Virtual Currency Owners, Beware!

Virtual currency owners, attention, please! Gavrilov & Co is reminding you to watch your mail for an important IRS letter.

For the last few blogs, we have been putting the spotlight on the restaurant industry. And we will return to that topic and we will spotlight other clients businesses soon.

Did You Understand How to Properly Report Virtual Currency?
Virtual currency owners are getting new letters about their taxes returns. 

However, we now shift our focus to bring you some a valuable IRS update in this blog. If you own virtual currency, heads up! You will discover some information that is need-to-know and critical to your financial health.

Paying Tax on Virtual Currency

Thousands of letters are going out from the IRS to taxpayers.  If you own cryptocurrency, you might be getting a letter for one, two or all three of these reasons:

1.      You might have gained income from virtual currency and failed to report it.

2.      You possibly failed to pat the resulting tax from your virtual currency transactions.

3.      Likewise, the IRS will write to you if you simply did not report the transactions properly.  This could have been because you did not know how to do so.

Chuck Rettig, IRS Commissioner, stated, “The IRS is expanding our efforts involving virtual currency, including increased use of data analytics. We are focused on enforcing the law and helping taxpayers fully understand and meet their obligations.”

Thus he delivered a firm, no-non-sense message. And he added, “Taxpayers should take these letters very seriously…” Here’s what to do if you receive this IRS Letter:

A Special Alert for Owners of Virtual Currency

As an owner of virtual dollars, you can expect to receive one of three versions of educational letters, probably by the end of August.

Caution: Virtual Currency Owners Must Properly file capital gain taxes.

For taxpayers receiving an educational letter, there are three variations: Letter 6173, Letter 6174 or Letter 6174-A.  According to Forbes, “all three versions are not the same…”

1.      In one version, the virtual money owner is alleged to be noncompliant.

2.      Another version simply states “that the IRS has been made aware of cryptocurrency activity attached to the taxpayer.”

Depending on the version of the letter you receive, your next steps may vary, but we hope you don’t dismiss that message. And we hope you do call your accountant.

Don’t Ignore the IRS Virtual Currency Letter

Although some tax lawyers debate the fact,  the IRS explains that “all three versions strive to help taxpayers understand their tax and filing obligations and how to correct past errors.”

This is not just a scare tactic. The IRS has formally announced, “a Virtual Currency Compliance campaign to address tax noncompliance related to the use of virtual currency through outreach and examinations of taxpayers.”

And they added, “The IRS will remain actively engaged in addressing non-compliance related to virtual currency transactions through a variety of efforts, ranging from taxpayer education to audits to criminal investigations.”

The Cryptocurrency Flashback in Time:  Capital Gains and Bitcoin

Whichever form of the letter you receive, it will contain information about the forms and schedules you will need to bring your cryptocurrency into compliance.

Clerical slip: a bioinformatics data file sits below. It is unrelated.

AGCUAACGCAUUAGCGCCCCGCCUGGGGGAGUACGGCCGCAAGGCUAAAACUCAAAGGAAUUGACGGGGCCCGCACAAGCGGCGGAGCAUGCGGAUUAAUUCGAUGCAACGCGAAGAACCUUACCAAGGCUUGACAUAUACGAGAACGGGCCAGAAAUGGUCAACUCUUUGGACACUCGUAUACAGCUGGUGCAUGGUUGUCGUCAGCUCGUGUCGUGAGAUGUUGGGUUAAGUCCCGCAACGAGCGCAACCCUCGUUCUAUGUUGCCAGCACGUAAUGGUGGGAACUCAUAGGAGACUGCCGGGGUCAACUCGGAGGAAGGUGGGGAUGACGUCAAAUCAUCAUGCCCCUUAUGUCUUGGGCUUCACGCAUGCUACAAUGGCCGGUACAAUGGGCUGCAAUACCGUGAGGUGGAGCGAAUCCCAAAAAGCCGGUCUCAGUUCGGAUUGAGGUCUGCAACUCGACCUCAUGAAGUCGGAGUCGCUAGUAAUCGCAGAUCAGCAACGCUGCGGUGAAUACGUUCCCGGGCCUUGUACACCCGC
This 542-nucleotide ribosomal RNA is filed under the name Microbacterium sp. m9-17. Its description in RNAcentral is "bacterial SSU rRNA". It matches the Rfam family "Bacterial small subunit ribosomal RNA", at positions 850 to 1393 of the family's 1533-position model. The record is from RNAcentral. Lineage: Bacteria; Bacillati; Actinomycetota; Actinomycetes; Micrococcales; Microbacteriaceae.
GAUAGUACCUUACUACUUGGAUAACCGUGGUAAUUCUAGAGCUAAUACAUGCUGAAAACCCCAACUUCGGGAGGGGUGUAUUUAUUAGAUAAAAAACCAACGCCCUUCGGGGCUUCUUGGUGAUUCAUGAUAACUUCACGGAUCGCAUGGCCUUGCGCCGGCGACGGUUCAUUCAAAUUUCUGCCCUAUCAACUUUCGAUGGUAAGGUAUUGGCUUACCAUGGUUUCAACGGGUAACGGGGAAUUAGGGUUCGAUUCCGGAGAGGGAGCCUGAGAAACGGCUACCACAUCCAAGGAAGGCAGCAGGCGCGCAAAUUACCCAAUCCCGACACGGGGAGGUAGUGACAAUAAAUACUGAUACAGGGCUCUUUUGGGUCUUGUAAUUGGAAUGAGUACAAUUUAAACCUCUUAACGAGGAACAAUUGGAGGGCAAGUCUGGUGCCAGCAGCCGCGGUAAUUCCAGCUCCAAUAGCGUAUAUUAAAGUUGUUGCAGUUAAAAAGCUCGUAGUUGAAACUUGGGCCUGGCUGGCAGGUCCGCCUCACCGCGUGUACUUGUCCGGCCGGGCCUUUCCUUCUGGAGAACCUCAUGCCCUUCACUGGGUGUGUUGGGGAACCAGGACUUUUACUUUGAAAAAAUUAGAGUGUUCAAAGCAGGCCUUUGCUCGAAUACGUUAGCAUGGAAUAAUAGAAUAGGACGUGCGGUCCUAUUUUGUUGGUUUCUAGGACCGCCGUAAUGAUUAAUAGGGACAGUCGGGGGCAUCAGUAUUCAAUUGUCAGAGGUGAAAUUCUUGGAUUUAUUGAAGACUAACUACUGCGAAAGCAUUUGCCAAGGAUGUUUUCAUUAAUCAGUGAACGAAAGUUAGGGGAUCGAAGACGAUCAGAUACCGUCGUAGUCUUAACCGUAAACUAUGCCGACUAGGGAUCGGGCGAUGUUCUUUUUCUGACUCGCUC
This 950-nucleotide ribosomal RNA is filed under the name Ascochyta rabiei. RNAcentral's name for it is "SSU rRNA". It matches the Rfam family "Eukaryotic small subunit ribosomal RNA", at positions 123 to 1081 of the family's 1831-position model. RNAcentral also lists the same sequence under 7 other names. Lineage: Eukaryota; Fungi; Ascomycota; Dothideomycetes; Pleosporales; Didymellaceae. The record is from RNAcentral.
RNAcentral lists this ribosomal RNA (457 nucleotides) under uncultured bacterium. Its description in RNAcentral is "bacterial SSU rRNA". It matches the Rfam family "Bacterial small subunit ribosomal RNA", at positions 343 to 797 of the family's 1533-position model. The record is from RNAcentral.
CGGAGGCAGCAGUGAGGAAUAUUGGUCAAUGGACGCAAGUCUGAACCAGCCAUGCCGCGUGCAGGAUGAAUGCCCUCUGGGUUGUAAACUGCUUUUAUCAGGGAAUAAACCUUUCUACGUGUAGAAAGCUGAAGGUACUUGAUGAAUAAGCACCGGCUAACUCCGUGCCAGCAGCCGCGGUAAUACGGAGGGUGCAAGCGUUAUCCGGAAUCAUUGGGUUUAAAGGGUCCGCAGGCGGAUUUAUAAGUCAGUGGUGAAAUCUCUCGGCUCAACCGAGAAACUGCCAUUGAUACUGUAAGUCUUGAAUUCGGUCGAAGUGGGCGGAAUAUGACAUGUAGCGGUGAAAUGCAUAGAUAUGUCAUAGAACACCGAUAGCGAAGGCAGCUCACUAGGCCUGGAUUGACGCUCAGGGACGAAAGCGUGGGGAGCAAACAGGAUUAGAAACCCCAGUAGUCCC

Capital gain and losses also pertain to Virtual Currency.

However, we believe you will need your accountant to help you with the details. Additionally, Gavrilov & Co recommends you review some of our previous information about declaring your tax on virtual currency. 

You might have noticed that last year the IRS announced that virtual currency owners “would be an ongoing focus area for IRS Criminal Investigation.”

Furthermore, as long ago as 2014, the Internal Revenue Service (IRS) gave virtual currency owners tax-paying direction. You can still find that detailed information. 

To put it briefly, you might remember the IRS explained that they consider virtual currency a capital asset.  Therefore, the tax rules of capital gains apply to your gains and losses.

A Quick Look at Some Scary Statistics

Then came a statistical shock for the IRS:  In 2016, when virtual currency became mainstream knowledge and popular water cooler gossip, the IRS received “only 802 individual tax returns out of the 132 million filed electronically with the IRS…”  When you know this, is it any wonder the government is stepping up efforts to increase compliance.

According to the IRS, the agency will continue to follow-up on cryptocurrency compliance through a variety of efforts, ranging from taxpayer education to audits to criminal investigations.

The Take-away:  Is the Letter A Fire Alarm?  

Virtual Currency Has Some Advantages.
Virtual Currency Owners who get warning letters might need to learn how comply with capital gain tax laws.

Forbes recently called the letter a “warning shot” to owners of virtual currency.

We understand the gravity of the situation. But we would rather compare it to a

fire alarm.

This new IRS letter is a strong, stern warning, like a strident fire alarm.  And if you receive any version of this letter, we suggest you talk to your accountant immediately.

The Gavrilov & Co Tax Squad is standing by to help you understand the instructions in the letter. We can show you how to put your tax status back into good standing.

The bottom line is that if some virtual currency owners do not report appropriate taxes, they might face more than tax, penalties, and interest. In fact, the IRS might slate them for criminal prosecution.


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